The weather has been strange these days. When I moved to the Caribbean, the South had only just become chilly. My body seemed to accept the lack of seasons; the prolonged, never-ending summer.
There's the saying "April showers bring May flowers," but that doesn't exist here. Instead it marches more to the beat of "Well, May rolls around and then there is rain and only rain forever and ever, the end." More specifically, rainy season (otherwise scarily known as Hurricane Season *shutters*), lasts from May to November, and with it comes sporadic showers and storms that come and go whenever they please.
(Also, giant land crabs?! Land crabs that knock on your door in the middle of the night!? I digress: another story for another day.)
The sky has become a temperamental patchwork of clouds, but more often than not, it's overcast. These overcast skies are the "strange." I see the overcast skies, I feel the familiar tropical heat, the usual humidity thick enough to cut with a butter knife, but deep inside, outside of my control, my mind is perceiving these skies as the seasonal change it's used to. A seasonal change I never realized how much I required.
Overcast, dreary skies have always brought with them bright pea-coats and knit scarves and brown boots. Detailed Jack-o-Lanterns and too much candy. Smokey fire pits and an ice cold beer. And Momma's pie and cookies. And family and Christmas trees. But it's none of these things. This year's overcast skies are hot, and it's just me and my little apartment and unwanted land crab visitors. The weather has been strange, and I've been strange - in this weird funk that I just can't shake. Missing him, missing them, and craving cold-weather cookies and things.
So, in a fairly successful attempt to "shake it," I made said cookies, and I shared them with some of my Cayman family.
I decided that I was craving Jam Cookies. And then, as always, I could not decide on just one way to do it, resulting in 4 variations of jam cookies. Behold:
Note :: That top-left Strawberry Preserves variation was supposed to be salted caramel, but the caramel had other diabolical plans.
Old-Fashioned Jam Shortbread Cookies from The Cafe Sucre Farine
8 ounces (2 sticks) unsalted butter
1/2 c. pure cane sugar
2 tsp. vanilla extract (or 2 tsp. vanilla bean paste, or beans scraped from one vanilla bean - I used extract.)
1/2 tsp. salt
2 c. all-purpose flour
- Preheat oven to 350F. Line two sheet pans with parchment paper. Set aside.
- Beat butter and sugar until soft and fluffy, about 2-3 minutes. Add salt and vanilla extract and mix for a few seconds to combine.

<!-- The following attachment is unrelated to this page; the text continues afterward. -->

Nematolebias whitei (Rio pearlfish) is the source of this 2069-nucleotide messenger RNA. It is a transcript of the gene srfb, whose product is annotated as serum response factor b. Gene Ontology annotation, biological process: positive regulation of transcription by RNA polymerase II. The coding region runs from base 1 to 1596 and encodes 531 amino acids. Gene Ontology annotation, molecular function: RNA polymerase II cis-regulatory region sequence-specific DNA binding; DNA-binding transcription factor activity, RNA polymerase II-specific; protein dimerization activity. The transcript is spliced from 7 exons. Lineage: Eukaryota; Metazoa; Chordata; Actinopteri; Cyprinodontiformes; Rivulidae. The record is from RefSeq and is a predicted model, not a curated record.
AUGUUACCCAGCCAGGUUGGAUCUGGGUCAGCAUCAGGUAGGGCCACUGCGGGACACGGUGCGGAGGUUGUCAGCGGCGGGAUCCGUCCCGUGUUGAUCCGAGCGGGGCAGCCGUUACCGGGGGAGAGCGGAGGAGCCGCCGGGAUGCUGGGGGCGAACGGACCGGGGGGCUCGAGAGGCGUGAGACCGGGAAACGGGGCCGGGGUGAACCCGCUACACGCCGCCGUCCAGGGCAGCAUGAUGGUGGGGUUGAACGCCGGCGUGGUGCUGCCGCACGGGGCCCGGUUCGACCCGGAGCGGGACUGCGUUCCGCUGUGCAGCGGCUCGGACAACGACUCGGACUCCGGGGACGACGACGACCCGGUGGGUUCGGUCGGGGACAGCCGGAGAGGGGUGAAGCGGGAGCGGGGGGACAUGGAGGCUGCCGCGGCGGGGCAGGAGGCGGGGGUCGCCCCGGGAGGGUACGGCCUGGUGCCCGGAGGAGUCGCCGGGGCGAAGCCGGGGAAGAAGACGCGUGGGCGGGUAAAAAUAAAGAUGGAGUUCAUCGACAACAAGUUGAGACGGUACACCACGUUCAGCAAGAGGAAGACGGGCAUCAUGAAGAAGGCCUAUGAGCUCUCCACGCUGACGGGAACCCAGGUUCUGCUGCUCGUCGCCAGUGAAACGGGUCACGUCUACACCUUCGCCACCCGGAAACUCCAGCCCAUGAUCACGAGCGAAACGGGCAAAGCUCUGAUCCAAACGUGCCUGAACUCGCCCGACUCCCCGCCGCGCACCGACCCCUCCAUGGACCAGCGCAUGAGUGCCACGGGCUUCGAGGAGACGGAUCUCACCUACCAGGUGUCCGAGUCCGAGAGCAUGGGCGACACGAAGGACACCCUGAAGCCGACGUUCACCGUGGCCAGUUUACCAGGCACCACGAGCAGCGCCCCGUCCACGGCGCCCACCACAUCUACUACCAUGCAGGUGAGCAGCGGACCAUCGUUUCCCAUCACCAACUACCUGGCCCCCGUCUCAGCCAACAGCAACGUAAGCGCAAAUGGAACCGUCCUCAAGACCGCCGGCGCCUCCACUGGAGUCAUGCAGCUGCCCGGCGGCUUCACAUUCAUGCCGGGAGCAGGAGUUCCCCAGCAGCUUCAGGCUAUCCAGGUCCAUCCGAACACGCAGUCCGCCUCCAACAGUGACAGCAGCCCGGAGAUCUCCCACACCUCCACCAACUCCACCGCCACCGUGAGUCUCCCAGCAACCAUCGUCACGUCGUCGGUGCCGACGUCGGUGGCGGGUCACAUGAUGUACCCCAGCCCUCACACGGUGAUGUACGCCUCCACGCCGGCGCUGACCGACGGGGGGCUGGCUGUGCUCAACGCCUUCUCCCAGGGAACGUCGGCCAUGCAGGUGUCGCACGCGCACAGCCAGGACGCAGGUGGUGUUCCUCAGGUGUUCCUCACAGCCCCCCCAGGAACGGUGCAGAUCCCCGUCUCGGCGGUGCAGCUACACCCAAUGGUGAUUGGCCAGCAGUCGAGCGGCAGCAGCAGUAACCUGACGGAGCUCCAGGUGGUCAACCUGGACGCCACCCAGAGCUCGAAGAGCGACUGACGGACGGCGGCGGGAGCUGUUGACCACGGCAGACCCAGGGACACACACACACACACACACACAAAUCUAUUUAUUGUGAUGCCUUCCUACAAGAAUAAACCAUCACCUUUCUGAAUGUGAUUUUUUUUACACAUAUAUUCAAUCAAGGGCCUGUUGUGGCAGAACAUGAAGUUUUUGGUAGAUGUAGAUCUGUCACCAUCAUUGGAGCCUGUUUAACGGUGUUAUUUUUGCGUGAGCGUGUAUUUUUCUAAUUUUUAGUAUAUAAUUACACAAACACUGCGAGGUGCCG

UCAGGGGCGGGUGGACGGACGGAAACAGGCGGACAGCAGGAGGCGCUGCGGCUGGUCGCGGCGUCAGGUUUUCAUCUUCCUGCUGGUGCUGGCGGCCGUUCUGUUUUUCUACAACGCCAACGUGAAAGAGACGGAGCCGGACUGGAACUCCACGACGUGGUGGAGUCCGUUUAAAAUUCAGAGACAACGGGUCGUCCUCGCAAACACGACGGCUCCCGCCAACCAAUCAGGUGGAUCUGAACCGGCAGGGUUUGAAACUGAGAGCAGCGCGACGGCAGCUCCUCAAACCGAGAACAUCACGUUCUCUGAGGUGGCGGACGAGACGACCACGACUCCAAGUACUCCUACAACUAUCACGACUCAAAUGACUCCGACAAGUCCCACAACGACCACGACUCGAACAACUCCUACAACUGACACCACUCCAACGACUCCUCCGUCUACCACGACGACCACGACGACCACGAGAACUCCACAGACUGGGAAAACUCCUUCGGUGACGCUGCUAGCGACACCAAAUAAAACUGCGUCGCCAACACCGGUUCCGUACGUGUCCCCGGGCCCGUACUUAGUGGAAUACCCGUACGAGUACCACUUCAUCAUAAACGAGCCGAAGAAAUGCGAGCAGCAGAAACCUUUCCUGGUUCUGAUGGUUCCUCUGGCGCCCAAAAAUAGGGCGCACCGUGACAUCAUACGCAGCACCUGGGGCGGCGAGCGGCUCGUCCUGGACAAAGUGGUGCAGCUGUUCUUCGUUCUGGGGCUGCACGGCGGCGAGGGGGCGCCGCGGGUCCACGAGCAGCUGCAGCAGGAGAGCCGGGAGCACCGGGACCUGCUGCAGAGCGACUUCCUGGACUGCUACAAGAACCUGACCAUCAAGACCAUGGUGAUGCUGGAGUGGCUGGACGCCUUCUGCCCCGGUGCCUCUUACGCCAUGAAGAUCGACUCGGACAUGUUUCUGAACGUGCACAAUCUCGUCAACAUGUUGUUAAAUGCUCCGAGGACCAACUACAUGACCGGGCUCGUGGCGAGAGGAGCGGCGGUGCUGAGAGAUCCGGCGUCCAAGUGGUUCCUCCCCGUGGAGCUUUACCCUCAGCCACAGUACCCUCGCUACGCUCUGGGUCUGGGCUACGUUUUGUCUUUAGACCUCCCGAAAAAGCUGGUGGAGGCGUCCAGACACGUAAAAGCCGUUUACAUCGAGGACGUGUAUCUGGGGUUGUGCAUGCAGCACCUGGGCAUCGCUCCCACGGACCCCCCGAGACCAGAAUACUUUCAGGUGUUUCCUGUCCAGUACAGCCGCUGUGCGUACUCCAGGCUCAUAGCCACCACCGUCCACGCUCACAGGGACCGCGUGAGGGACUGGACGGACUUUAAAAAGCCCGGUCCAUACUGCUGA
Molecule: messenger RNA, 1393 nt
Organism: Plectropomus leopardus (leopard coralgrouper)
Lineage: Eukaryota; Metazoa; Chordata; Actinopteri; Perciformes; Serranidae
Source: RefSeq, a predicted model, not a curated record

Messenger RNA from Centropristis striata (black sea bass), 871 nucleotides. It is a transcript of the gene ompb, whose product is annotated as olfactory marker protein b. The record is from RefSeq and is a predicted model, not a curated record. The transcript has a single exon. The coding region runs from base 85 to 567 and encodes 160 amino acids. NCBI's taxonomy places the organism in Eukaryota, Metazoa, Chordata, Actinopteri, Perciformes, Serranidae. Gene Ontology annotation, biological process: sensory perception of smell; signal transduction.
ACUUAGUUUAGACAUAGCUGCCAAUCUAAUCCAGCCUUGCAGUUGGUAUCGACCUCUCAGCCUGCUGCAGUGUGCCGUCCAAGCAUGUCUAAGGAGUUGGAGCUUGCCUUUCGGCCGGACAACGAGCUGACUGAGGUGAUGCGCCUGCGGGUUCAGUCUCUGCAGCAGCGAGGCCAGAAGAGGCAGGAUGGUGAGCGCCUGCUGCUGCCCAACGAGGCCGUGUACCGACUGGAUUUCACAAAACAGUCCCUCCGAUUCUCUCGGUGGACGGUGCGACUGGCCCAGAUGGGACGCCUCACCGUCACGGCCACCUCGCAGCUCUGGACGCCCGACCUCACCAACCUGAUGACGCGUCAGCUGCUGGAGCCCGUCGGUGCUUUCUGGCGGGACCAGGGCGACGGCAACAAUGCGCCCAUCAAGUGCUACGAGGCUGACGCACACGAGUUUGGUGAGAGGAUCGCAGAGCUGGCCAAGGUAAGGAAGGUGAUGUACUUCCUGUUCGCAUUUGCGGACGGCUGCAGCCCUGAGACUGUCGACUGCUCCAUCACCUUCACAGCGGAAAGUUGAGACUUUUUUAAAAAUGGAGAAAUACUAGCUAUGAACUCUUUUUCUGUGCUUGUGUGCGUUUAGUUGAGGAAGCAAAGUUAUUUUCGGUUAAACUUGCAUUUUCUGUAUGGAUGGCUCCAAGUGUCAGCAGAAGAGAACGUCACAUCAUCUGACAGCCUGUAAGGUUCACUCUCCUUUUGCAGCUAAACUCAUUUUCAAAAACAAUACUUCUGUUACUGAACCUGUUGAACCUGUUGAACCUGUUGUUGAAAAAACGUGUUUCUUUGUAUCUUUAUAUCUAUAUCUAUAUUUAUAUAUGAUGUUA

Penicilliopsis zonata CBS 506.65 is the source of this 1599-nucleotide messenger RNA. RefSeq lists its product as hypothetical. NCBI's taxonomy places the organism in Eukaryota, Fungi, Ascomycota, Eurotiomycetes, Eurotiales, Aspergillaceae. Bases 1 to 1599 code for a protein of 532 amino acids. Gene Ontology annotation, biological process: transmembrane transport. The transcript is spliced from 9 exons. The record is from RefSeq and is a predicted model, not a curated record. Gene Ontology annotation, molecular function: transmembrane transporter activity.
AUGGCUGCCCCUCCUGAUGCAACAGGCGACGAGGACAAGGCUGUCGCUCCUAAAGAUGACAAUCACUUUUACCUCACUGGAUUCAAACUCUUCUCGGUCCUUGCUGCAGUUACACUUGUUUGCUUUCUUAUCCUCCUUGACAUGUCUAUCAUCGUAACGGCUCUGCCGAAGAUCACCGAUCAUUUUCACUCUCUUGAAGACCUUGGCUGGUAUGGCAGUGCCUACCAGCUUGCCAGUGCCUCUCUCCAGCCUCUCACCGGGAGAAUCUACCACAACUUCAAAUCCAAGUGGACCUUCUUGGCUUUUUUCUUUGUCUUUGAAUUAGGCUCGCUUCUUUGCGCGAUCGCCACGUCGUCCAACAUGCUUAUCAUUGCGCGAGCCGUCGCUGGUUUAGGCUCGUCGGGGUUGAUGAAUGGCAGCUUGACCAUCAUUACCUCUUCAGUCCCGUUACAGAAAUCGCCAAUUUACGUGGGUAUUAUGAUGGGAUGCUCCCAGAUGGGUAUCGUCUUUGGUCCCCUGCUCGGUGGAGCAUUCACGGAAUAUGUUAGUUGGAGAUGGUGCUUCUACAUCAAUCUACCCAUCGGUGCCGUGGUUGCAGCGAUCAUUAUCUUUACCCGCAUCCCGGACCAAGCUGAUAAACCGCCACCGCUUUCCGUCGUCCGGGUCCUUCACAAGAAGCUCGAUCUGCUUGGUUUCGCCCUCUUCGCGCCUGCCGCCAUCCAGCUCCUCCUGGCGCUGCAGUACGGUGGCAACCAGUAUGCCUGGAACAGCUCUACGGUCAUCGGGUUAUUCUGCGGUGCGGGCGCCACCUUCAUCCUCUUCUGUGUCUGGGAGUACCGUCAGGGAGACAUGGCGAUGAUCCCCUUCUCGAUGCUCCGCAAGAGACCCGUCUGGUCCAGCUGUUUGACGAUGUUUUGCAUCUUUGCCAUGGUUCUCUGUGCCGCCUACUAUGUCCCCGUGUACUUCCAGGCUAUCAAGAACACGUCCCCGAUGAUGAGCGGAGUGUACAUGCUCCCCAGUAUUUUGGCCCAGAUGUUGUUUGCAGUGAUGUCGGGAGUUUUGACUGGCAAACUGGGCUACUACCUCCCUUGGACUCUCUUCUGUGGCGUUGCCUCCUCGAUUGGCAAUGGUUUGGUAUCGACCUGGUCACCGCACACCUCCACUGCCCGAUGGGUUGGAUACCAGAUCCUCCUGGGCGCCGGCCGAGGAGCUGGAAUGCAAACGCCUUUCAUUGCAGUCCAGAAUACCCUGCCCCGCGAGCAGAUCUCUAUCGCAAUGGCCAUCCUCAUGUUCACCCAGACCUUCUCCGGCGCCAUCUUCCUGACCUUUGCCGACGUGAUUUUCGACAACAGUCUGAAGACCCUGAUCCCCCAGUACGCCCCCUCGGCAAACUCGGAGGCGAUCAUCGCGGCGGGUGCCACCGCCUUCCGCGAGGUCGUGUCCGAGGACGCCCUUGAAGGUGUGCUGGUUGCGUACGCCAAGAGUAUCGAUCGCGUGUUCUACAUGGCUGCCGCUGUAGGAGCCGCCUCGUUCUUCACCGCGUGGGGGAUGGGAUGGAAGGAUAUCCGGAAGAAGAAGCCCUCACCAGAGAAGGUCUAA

- Add flour and mix for 1-2 minutes, (stopping a few times to scrape the sides of the bowl) until large crumbs form. Pour mixture out onto a work surface and knead several times until a smooth ball forms.
- Scoop small balls of dough, about 2 tablespoons each. Roll the ball in your palms to form smooth, round balls. (If you find that you are having trouble rolling the dough, refrigerate for 10 minutes, then proceed.) Place dough balls on prepared cookie sheets, spacing 2 inches apart and pressing on each one just a bit with the palm of your hand to be about 1/2" thick.
- The next step is really completely up to you and what you plan to do with your cookies. I had over 40 small cookies. I flattened them each with my palm, considered flattening more with the base of a cup, but decided that I liked more of a dome. My plan was to have a dozen jam sandwiches (using 24 cookies), a dozen indented salted caramel cookies, and have the leftovers as regular iced shortbread cookies. I indented the necessary amount, and used a fork to make cute ruffled textures along all of the edges.
- Note: when you make an indentation, you can use your thumb or the back of a spoon. If your cookie cracks along the edges, which it will, just push the dough back together. Your indentation should, in theory, be 1/2" in diameter.
- Place sheet pans with prepared cookies in the refrigerator for 15-20 minutes. This will keep them from spreading out too much while baking.
- Bake for 15-18 minutes or until beginning to turn golden at bottom edges. If you've indented your cookies, when cookies come out of the oven, you can reinforce the indentations a bit, if needed.
- Remove to a wire rack to cool slightly.
As I said, I had planned to use salted caramel, but that didn't work out. I've concluded that I need a candy thermometer, and pronto. My caramel cooked just seconds too long, and hardened and turned into Werther's Originals; equally as yummy, but nonfunctional for what I required. This just meant I was going to have a lot more jam sandwiches.
I chose two flavors, and to differentiate between the two, I cut holes in the tops of half of them. This was no easy task, and I broke numerous cookies. I suggest that you bake larger cookies if you're aiming to cut shapes in them, because small ones just barely cooperate. (To cut the holes, I used a tiiiny tiny-bladed knife to carve a square, and then I spun my knife in that square to drill it into a circle. And then I ate the leftover shortbread crumble because of course I did.
The carved sandwiches housed Dickinson's Pure Pacific Mountain Strawberry Preserves, and the solid sandwiches were filled with Bonne Maman Red Currant Jelly. I topped the cookies with a simple powdered sugar icing.
And here, I leave you with this: the failed caramels of deliciousness.
Next up might be some FrootShoots!
Thanks for reading,